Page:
Berners-Lee hired as gov internet adviser
Eminently sensible idea shock
The prime minister has appointed the inventor of the world wide web as the government's adviser on information delivery.
Sir Tim Berners-Lee will lead a panel of experts to advise the relevant Cabinet Office minister on how government can best use the internet to make non-personal public data as widely available as possible.
He will oversee work to create a single online point of access for government held public data and develop proposals to extend access to data from the wider public sector, including selecting and implementing common standards.
In addition, he will help drive the use of the internet to improve government consultation processes.
Announcing the appointment on 10 June, prime minister Gordon Brown: "So that government information is accessible and useful for the widest possible group of people, I have asked Sir Tim Berners-Lee who led the creation of the world wide web, to help us drive the opening up of access to government data in the web over the coming months."
Berners-Lee has been a proponent of better access to all forms of government and other data. In a talk to the Technology, Entertainment and Design conference in March he said: "What you find if you deal with people in government departments is that they hug their database, hold it really close, so that they can build a beautiful website to present it.
"I would like to suggest: sure, make a beautiful website, but first, give us – all of us – the unadulterated data. We have to ask for raw data now."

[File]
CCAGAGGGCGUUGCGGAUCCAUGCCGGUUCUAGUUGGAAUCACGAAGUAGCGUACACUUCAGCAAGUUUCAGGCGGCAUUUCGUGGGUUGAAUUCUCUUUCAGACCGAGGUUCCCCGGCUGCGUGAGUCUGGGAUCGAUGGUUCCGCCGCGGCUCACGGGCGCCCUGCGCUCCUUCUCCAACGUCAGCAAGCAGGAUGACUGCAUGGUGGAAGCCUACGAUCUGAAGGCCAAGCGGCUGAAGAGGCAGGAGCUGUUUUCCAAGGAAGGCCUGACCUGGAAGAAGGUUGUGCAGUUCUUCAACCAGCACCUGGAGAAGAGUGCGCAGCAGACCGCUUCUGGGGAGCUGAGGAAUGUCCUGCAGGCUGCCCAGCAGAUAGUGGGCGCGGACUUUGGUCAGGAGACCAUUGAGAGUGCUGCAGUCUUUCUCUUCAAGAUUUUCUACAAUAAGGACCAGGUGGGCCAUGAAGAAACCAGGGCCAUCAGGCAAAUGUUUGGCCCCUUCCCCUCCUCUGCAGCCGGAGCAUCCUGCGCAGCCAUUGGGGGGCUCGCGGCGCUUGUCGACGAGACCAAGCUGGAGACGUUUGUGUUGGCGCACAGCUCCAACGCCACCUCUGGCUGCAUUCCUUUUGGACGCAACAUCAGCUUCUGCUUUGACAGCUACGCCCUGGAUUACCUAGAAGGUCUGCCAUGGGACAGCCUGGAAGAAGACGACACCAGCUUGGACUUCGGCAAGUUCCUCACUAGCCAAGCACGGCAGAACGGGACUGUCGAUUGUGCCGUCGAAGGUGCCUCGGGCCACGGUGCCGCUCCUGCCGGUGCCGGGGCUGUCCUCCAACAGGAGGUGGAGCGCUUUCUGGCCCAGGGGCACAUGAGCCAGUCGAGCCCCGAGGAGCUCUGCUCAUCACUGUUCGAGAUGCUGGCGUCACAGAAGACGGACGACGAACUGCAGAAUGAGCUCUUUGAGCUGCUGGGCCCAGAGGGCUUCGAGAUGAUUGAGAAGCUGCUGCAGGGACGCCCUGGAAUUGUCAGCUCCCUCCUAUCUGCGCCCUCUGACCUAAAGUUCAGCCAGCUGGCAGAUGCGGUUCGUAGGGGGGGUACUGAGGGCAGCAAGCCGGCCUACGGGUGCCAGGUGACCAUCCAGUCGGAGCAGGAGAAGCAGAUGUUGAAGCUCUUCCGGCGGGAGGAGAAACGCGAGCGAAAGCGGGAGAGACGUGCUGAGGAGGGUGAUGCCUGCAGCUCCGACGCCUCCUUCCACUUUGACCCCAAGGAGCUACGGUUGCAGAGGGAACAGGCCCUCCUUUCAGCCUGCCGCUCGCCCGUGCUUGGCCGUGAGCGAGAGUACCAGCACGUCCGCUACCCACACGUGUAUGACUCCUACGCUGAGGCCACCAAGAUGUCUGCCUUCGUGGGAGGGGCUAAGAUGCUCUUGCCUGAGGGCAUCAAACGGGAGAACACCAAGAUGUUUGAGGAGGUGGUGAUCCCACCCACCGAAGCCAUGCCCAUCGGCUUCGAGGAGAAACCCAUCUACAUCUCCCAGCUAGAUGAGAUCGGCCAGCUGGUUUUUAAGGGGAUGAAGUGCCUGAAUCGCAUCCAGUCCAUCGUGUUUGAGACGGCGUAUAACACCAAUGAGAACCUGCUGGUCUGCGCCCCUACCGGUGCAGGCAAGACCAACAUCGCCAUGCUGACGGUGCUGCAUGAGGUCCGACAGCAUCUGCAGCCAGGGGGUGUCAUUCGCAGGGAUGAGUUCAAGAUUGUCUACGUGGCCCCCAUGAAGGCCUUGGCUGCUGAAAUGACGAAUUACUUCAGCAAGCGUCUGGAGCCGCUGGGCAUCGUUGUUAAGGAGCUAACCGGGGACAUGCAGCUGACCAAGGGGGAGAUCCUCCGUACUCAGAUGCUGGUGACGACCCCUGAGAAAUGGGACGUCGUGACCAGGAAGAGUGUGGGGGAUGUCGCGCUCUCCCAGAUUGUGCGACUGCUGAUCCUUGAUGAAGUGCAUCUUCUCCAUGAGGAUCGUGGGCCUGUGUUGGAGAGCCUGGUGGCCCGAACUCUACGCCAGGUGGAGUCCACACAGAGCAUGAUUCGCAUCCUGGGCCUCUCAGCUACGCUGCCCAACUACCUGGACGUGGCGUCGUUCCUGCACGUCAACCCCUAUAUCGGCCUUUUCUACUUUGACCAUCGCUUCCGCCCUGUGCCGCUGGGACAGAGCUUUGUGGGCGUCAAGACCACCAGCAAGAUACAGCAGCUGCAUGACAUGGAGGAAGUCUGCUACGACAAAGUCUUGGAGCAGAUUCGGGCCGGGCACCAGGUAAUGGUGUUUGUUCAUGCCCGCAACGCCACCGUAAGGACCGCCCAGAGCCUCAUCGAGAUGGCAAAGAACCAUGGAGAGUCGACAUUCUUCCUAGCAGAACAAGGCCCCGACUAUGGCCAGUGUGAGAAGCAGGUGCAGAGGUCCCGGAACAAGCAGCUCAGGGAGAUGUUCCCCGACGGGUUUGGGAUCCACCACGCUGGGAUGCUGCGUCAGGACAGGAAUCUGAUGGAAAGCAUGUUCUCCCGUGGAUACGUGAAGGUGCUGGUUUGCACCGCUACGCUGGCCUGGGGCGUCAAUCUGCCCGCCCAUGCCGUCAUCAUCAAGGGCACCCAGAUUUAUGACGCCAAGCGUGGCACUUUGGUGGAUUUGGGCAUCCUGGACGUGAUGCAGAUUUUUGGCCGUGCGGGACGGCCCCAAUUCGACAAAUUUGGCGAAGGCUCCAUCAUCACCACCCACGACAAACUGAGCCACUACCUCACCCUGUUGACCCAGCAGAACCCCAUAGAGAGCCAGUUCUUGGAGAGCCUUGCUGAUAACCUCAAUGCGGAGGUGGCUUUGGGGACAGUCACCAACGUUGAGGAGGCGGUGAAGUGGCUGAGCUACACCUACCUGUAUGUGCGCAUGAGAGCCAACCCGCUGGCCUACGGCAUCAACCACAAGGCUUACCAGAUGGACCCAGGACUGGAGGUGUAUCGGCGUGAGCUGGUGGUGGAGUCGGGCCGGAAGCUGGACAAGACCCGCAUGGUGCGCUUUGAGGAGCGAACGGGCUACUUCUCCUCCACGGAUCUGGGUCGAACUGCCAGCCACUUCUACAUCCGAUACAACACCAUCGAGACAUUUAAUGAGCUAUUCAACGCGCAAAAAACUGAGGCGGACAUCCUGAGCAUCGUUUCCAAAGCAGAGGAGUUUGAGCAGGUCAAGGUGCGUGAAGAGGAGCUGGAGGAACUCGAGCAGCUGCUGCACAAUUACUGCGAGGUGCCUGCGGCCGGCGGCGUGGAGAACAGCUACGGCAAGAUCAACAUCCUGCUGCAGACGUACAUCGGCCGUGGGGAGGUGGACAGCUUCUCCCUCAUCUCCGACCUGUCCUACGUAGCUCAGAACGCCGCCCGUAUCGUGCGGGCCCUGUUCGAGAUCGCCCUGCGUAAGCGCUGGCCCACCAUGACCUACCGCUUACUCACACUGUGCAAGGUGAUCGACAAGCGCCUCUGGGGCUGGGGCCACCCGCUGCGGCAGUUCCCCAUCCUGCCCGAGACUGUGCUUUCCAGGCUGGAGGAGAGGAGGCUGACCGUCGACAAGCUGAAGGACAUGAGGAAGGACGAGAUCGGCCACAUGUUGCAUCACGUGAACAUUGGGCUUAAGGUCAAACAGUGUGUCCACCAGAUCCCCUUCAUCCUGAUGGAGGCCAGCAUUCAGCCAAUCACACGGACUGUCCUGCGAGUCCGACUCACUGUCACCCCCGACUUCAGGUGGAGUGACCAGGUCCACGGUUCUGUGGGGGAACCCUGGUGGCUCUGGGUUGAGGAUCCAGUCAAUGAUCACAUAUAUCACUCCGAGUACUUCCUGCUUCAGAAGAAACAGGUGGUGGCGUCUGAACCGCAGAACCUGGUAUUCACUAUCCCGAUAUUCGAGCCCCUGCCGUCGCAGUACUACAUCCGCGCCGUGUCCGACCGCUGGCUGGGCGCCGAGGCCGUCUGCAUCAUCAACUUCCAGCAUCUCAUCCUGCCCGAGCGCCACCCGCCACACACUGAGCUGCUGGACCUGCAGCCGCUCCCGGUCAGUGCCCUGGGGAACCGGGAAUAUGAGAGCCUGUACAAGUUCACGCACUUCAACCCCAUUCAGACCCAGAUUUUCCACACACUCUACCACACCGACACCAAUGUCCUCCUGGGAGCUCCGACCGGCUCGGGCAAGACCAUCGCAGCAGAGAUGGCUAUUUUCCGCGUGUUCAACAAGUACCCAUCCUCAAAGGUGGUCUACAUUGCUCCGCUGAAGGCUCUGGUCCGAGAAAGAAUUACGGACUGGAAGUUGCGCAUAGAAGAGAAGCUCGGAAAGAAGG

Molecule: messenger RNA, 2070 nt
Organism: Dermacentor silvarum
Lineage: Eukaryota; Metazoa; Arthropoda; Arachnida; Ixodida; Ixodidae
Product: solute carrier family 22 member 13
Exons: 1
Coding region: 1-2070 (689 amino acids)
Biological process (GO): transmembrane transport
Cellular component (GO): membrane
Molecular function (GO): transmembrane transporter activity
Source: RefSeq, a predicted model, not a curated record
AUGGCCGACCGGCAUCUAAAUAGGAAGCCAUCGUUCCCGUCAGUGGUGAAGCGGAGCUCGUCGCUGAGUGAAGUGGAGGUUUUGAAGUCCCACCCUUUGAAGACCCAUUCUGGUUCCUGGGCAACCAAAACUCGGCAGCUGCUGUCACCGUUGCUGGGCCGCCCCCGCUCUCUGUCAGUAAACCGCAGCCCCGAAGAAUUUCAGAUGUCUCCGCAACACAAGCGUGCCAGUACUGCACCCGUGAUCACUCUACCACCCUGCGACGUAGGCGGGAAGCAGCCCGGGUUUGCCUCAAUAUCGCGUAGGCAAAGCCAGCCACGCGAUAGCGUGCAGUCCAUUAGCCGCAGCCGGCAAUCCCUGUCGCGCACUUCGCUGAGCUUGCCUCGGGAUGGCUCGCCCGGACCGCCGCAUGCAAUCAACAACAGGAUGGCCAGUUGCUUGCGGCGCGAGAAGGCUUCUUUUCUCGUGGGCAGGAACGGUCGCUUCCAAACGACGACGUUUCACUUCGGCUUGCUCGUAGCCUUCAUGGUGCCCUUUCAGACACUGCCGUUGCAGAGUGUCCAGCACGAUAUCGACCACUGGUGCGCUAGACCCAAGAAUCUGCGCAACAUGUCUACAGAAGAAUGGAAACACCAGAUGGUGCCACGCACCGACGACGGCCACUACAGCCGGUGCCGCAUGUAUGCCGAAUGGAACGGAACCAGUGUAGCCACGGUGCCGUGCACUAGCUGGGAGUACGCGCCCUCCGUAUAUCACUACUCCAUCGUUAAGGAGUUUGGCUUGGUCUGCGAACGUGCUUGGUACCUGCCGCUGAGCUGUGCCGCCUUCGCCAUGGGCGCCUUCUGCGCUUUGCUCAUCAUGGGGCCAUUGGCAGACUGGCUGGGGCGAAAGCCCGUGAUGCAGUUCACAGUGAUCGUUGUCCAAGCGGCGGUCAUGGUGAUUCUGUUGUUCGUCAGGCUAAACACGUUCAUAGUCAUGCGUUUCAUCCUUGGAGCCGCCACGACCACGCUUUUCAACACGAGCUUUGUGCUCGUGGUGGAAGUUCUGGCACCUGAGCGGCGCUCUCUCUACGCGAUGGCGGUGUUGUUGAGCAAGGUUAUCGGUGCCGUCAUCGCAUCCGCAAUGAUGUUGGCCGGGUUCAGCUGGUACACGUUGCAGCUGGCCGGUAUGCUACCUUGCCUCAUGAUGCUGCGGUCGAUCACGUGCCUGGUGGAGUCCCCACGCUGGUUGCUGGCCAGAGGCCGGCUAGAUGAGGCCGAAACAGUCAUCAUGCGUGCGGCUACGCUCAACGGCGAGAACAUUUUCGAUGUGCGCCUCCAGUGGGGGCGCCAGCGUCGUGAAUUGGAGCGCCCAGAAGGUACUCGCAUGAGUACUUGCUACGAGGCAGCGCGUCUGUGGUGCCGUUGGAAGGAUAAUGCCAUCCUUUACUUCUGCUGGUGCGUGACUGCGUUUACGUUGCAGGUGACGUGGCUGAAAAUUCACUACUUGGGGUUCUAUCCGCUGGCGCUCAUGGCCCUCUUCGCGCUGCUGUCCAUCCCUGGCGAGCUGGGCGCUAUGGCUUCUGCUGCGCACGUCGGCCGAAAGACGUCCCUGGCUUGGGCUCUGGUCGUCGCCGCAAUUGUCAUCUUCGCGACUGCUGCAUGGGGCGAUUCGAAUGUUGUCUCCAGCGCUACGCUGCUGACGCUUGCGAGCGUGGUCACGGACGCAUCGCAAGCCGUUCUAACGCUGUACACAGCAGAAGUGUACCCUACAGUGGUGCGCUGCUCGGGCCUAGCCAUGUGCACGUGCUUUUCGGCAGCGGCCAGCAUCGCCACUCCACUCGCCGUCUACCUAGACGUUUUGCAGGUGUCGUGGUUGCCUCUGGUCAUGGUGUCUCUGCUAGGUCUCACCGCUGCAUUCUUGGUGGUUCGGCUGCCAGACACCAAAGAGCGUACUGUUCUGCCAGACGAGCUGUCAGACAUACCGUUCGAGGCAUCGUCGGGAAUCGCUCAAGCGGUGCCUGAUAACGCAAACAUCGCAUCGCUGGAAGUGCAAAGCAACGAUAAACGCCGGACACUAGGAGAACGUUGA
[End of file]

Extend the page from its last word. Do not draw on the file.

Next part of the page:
Andrew Stott, the director of digital engagement at the Cabinet Office, commented that he was delighted to be working with Berners-Lee and his panel. "They will provide the expert challenge and insight we need to drive action across the public sector," he said.
This article was originally published at Kable.
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Data availabilty and accessability - when and where and how appropriate
Its not just getting robust systems of access in place but also the logistical mechanisms to handle sensitive data in an appropriate manner - and that includes blocking deductive linkages that could endanger decision making and the data subject too! I bet the protocols etc will not stop at non-personally identifiable data - that is if TBL is listened to at all., and can 'herd all the 'cats' with vested interests in this concept (working or not!)
TBL will bale out from this within a year or so as he realises that the civil service's immoveable object will trump his irresistible force.
Now that Purnell, Blears, Smith, Flynn, and all the other rats have jumped overboard there's lots of room in the government for high quality individuals like TBL. Sadly, however, whatever his input it will be laundered through the usual power wash and high speed spin cycle before it sees the light of day.
Do yourself a favour Tim, walk away now with your dignity and reputation still intact .